With attention to FIGS. 3 and 6, a ground contact finger assembly generally at 23 includes fingers 24 within a housing cavity 26 between which is received the ground prong 5 of a plug member. The metallic fingers 24 terminate rearwardly in a binding post structure 25 which, in similarity to the earlier described contact assembly, is of a dimension greater than the opening of cavity 26 to provide a seating surface for the binding post for retention of the post against the rear wall 6B of housing 6. Retainer plate 21, of a durable dielectric material, also engages binding post structure 25 holding same into abutment against housing wall 6B.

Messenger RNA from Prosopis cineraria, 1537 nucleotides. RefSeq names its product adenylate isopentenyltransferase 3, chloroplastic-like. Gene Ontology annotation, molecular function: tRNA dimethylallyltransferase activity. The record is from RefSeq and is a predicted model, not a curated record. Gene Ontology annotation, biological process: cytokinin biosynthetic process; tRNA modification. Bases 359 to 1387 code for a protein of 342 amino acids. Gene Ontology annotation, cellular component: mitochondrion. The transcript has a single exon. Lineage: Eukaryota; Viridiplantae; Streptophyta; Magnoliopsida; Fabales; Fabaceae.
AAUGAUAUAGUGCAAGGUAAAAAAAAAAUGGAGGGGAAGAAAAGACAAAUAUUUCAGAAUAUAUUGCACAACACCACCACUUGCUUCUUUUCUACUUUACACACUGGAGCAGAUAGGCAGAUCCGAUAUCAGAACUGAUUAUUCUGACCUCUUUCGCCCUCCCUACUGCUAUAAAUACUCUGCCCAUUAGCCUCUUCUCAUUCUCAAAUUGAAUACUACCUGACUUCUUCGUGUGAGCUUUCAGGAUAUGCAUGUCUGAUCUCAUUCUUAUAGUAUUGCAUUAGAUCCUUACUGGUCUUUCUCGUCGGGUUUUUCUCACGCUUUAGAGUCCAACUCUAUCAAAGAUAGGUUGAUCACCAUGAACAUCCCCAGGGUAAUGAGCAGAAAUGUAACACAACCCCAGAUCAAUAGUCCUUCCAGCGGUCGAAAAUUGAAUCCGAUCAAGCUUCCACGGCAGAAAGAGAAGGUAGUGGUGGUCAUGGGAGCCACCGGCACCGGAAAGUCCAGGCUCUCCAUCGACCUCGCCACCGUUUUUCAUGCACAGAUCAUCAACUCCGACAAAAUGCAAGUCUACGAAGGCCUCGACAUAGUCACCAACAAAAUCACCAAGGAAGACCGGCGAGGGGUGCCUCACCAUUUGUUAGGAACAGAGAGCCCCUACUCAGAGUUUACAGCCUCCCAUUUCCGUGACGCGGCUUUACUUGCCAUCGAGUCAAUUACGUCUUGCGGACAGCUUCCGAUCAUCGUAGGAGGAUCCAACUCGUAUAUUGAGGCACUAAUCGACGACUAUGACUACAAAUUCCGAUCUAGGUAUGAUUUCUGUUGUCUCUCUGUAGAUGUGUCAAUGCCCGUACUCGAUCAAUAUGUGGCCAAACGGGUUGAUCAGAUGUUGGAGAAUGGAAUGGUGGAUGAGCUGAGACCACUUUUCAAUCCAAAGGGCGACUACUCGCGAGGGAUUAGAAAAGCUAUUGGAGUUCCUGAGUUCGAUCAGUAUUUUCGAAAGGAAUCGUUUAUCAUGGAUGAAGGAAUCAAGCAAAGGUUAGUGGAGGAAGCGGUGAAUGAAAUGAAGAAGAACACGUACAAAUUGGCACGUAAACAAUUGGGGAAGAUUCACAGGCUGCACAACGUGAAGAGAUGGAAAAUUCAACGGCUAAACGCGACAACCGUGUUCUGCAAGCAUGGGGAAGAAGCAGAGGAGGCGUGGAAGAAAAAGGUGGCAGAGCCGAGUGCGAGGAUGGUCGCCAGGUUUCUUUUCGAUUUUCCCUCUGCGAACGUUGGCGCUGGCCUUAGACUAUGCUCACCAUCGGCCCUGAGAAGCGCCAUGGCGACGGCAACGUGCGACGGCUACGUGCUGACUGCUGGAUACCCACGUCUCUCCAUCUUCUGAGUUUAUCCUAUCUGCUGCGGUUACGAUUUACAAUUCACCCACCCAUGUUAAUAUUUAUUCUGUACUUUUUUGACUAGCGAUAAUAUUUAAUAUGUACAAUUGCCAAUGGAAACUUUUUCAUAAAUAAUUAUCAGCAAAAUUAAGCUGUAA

With attention to main housing 6, an internal bore 13 extends downwardly into communication with the pair of cavities 17 and with cavity 26. A locking member indicated generally at 28 and best viewed in FIGS. 3 and 4 includes a fingergrip 29 having a threaded segment at 30 therebelow in threaded engagement within internally threaded bore 13 in housing 6. Threads at 30A are of a steep pitch to achieve the desired vertical travel of the locking member with only arcuate rotation of the locking member. Integral with threaded portion 30 is a cam 31 having camming surfaces 32. Said cam terminates in an end portion 33. The operation of said locking member is hereinafter described.